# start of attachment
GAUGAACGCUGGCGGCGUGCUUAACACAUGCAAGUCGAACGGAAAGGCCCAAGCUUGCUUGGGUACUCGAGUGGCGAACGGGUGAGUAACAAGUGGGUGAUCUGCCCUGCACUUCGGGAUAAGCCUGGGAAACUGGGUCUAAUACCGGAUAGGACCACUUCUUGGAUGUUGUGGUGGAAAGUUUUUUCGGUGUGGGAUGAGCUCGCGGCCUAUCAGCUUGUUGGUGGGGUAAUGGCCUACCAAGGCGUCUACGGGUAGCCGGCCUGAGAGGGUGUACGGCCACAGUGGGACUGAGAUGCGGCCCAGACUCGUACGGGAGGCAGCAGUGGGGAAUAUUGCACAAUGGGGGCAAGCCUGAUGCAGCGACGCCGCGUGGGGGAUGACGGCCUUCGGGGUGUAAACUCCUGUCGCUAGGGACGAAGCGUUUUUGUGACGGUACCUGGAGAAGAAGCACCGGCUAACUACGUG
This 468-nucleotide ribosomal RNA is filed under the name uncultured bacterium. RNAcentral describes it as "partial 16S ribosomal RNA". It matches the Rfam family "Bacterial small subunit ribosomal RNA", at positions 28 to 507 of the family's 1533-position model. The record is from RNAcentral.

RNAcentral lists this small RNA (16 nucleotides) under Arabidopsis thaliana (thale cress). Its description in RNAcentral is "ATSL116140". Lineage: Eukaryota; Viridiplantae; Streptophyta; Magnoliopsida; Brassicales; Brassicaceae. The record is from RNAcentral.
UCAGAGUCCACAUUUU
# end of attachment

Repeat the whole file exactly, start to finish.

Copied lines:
GAUGAACGCUGGCGGCGUGCUUAACACAUGCAAGUCGAACGGAAAGGCCCAAGCUUGCUUGGGUACUCGAGUGGCGAACGGGUGAGUAACAAGUGGGUGAUCUGCCCUGCACUUCGGGAUAAGCCUGGGAAACUGGGUCUAAUACCGGAUAGGACCACUUCUUGGAUGUUGUGGUGGAAAGUUUUUUCGGUGUGGGAUGAGCUCGCGGCCUAUCAGCUUGUUGGUGGGGUAAUGGCCUACCAAGGCGUCUACGGGUAGCCGGCCUGAGAGGGUGUACGGCCACAGUGGGACUGAGAUGCGGCCCAGACUCGUACGGGAGGCAGCAGUGGGGAAUAUUGCACAAUGGGGGCAAGCCUGAUGCAGCGACGCCGCGUGGGGGAUGACGGCCUUCGGGGUGUAAACUCCUGUCGCUAGGGACGAAGCGUUUUUGUGACGGUACCUGGAGAAGAAGCACCGGCUAACUACGUG
This 468-nucleotide ribosomal RNA is filed under the name uncultured bacterium. RNAcentral describes it as "partial 16S ribosomal RNA". It matches the Rfam family "Bacterial small subunit ribosomal RNA", at positions 28 to 507 of the family's 1533-position model. The record is from RNAcentral.

RNAcentral lists this small RNA (16 nucleotides) under Arabidopsis thaliana (thale cress). Its description in RNAcentral is "ATSL116140". Lineage: Eukaryota; Viridiplantae; Streptophyta; Magnoliopsida; Brassicales; Brassicaceae. The record is from RNAcentral.
UCAGAGUCCACAUUUU